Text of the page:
7. linkTemplateEnabled
    • Default is TRUE.  Set this to FALSE if you want to turn the Link off and only have the Actions.
  8. salesforceActionsEnabled
    • Default is TRUE.  Set this to FALSE if you want to turn the Actions off and only have the Link.

What it looks like together


Update the XMD JSON

Now you just need to upload the updated JSON file into the Dataset, and then hit Update Dataset


Select Update Dataset


All that is left for you to do now is run your Dataflow again so that our updates are put in place.  After your Dataflow finishes running, go in and validate that you now have the Record Link and Quick Actions working!  It looks like this:


I would recommend looking at this article if you want to do a deep dive into this.

How to create a Top 10 List in Wave Analytics

Often times you’ll find yourself wanting to have a Top 10 list chart.  In Sales, it typically is around your largest clients or the biggest deals in your pipeline.  In Customer Service, it is typically around what customers are opening the most cases.  This is something that is really easy to do within Salesforce’s native Dashboards chart, but not as straight forward as you’d expect in Wave (for the time being, they’ve quietly been making some really great improvements).  We’re going to walk through the steps to show you how easy it can be to do this, if you just know where and how to apply the filter.

Create a new Lens

You do this by clicking on the dataset you want to use for your Lens.  You can also create a Lens (technically a Step) inside your Dashboard.  For this scenario I prefer to just do it this way instead.


Group your Lens by Account Name

This grouping can really be whatever you’re trying to do a Top 10 by.  Also, you can add in a secondary group if you want to have a stacked chart.  For this post, we’ll keep it simple and just use one group.

Select Account Name.jpg

Sort your Lens by Descending order

Dsc Lens.jpg

Go to your Lens’ JSON editor

To access this, you’ll use one of this keyboard shortcut: CRTL+E (Windows) or CMD+E (Mac).  If you need more information on the keyboard shortcuts available, check out this.

JSON view in lens.jpg

Add in the your record Limit

This is going to take place inside the “query”.  It is a really simple line that you just add in.  It doesn’t matter if you place it above “groups” or below “measures”, it just goes anywhere inside of the “query”.


Add in the Limit.jpg

Clip your Lens to the Designer

When you clip your Lens to the Designer, you’re now able to grab it inside your Dashboard.

Clip to Designer.jpg

Add the Step/Lens to your Dashboard

Drag out the Step/Lens to your Dashboard and you’re all set.  This will change as you slice and dice your data and show you a dynamic Top 10 list.  If you want to keep your list static and not faceting with the changes in your dataset, you’ll want to turn that off in your Step’s settings.

Drag Lens out to Dashboard.jpg

With that, you’re all set.  As you hopefully can see, it really isn’t very hard to do, but it can be confusing at first to know where to put in your filter.

Note: You are able to edit the JSON of your Lens/Step in your Dashboard.  I chose to do it separately in a Lens to simplify the editing of the JSON.






Tailoring your Wave Dashboards with the Layout Manager

One of the things that Wave has recently transitioned from having the Flex Designer as BETA and making it now the Standard Wave Dashboard Designer.  Now that it is out of BETA we have tons of new features available that really allow you to create some fantastic layouts tailored to different devices and screen resolutions.  The beauty of the Flex Designer (now called Wave Dashboard Designer), is that it would change the different charts, filters, and other pieces of your Dashboard based on the size of the monitor.  Note: there were previously other ways of doing this, but now Salesforce has made this extremely easy!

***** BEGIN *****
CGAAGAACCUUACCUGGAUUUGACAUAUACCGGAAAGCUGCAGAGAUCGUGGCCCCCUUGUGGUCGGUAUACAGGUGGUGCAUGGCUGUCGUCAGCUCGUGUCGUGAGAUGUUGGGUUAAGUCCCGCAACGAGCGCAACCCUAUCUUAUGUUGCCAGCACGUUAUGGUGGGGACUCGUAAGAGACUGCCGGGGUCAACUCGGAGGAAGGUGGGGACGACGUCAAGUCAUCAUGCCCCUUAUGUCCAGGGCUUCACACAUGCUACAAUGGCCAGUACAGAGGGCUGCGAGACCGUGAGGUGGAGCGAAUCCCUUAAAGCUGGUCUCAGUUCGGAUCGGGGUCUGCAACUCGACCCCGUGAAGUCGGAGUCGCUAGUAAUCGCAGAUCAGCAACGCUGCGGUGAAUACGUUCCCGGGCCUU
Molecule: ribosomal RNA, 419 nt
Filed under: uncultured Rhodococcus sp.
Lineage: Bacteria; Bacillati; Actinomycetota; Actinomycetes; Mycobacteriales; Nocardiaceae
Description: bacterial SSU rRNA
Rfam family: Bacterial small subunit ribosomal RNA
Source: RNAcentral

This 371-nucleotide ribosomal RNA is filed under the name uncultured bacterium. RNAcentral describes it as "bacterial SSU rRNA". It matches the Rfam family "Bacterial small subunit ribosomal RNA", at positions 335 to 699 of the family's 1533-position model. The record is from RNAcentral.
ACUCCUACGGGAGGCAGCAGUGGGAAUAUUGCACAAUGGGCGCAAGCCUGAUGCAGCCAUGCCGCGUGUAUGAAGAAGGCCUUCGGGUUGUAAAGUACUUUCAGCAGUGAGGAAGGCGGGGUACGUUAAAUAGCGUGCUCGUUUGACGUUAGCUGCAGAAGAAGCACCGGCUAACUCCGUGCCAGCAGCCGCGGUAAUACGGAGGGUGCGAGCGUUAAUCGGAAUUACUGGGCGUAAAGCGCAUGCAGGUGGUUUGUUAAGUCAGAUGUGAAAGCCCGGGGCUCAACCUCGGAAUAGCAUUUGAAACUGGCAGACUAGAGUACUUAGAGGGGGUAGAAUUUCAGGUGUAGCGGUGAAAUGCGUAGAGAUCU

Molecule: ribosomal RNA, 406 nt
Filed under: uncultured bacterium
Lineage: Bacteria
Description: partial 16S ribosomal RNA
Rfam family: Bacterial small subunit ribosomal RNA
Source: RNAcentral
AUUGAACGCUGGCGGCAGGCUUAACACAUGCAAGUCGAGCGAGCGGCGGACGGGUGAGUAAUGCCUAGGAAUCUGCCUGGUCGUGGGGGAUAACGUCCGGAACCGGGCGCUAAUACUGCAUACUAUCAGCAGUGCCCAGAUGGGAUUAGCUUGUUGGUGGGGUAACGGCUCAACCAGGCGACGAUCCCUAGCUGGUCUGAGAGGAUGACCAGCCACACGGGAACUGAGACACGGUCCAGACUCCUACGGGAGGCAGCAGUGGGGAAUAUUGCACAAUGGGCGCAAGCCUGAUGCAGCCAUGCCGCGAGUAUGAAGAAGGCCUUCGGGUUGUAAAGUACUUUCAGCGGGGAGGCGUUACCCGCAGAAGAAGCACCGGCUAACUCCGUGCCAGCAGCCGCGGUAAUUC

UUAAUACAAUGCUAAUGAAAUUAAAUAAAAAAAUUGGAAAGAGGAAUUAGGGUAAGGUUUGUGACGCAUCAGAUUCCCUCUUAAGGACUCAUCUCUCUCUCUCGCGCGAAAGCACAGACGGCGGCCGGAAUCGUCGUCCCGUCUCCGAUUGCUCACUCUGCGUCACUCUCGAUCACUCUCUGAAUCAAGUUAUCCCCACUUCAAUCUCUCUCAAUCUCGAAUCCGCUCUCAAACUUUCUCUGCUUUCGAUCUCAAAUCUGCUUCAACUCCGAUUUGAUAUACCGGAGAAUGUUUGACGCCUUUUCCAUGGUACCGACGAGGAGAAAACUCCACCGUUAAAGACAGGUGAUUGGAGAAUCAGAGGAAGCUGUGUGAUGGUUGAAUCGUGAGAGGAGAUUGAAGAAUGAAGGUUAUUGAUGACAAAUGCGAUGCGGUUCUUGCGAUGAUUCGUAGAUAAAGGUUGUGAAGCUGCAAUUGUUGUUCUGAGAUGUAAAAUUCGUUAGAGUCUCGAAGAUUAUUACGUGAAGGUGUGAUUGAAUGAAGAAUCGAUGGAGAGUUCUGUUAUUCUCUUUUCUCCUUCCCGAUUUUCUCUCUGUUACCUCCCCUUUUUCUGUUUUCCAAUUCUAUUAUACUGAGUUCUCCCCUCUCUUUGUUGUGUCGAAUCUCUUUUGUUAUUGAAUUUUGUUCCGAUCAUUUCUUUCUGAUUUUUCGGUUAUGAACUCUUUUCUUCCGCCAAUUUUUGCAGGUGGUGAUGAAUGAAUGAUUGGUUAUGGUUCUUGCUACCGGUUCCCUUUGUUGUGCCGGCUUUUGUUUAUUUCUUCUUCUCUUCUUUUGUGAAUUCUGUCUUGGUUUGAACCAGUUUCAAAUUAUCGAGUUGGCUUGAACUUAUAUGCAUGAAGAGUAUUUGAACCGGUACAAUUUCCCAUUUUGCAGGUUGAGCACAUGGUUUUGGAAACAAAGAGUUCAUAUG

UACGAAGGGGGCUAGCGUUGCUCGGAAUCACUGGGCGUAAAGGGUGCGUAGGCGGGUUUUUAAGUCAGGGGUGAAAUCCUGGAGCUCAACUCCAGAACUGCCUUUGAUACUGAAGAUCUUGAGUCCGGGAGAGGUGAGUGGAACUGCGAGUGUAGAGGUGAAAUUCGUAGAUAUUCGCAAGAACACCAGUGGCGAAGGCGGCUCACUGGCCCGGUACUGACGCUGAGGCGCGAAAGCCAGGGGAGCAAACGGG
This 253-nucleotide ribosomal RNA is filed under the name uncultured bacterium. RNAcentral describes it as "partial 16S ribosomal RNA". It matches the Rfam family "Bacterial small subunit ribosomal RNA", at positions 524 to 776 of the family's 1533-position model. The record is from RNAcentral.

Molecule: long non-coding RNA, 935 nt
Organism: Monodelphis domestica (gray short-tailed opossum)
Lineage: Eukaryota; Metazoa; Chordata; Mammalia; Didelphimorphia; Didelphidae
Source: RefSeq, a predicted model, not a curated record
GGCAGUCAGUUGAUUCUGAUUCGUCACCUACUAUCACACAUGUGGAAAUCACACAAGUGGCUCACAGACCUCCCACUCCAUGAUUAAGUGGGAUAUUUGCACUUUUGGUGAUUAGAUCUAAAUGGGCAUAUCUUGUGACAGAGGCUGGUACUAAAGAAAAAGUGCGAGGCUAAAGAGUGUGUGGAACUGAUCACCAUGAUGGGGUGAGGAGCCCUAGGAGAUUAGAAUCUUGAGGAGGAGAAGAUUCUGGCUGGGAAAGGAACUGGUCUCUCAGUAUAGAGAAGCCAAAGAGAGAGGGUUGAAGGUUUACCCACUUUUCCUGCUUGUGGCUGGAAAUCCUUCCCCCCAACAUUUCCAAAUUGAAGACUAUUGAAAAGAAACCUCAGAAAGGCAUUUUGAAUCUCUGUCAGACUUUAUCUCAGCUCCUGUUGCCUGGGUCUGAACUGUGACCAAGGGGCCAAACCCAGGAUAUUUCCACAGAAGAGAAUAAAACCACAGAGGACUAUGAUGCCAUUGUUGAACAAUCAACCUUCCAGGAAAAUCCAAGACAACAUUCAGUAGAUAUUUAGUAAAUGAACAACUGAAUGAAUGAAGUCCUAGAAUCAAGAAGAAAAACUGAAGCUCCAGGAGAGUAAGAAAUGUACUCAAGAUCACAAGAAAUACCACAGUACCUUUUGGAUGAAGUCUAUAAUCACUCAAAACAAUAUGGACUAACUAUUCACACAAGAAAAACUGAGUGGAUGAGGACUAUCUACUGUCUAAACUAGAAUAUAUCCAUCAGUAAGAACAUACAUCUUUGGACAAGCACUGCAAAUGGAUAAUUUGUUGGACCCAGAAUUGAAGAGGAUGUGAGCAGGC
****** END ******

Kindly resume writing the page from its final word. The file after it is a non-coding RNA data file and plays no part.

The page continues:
When you’re editing your Layout’s properties, you now have the option to control the amount of columns and their spacing.  This gives you more control than before when you’re trying to make a beautiful dashboard.


Columns determines how many columns your Grid will have.  The more you have, the more control you have with your different dashboard elements.  I’ve yet to hear of any downsides for bumping it up to 50 columns (the max).

Cell Spacing is how much space is between the different cells or blocks on your grid.  You have the option of 0, 4, 8, and 12.





The Maximum Dashboard Width plays into our next section on the Layout editor, Device.  This is where we get to control what devices and monitors will work with this Layout.


Screen Width allows you to set ranges that this Layout will work for.  In this image, I’m creating this for really large screens only, and I’ve just set a minimum width for the layout.  For my Standard layout I used both the minimum and the maximum width values.  Note: these numbers are in pixels.

Orientation is whether or not you want to make the Layout only work for Landscape or Portrait orientations.  It defaults to all, but having the ability to dynamically change it also based on the device’s orientation is fantastic!

Platform allows you to determine if your Layout works for iOs, Android, or both.

How does it all tie together?

When you’re editing your Dashboard you’ll see your Layout dropdown to the left of the back and forward arrows.  You can see here that I’m able to create my own Layouts for one Dashboard.  This gives you full control now over how the Dashboard will look at multiple aspect ratios.


Let’s take a look at this in action.  Below, I’m presenting you two very different Dashboard Layouts inside the same Cases Dashboard!  The first screen shot is for Large Screen Users, and the screen shot is for iPad Pro Users.  Notice, I can now add a variety of charts and filters based on the specific layout without any heavy lifting!

Large Screen View


iPad Pro View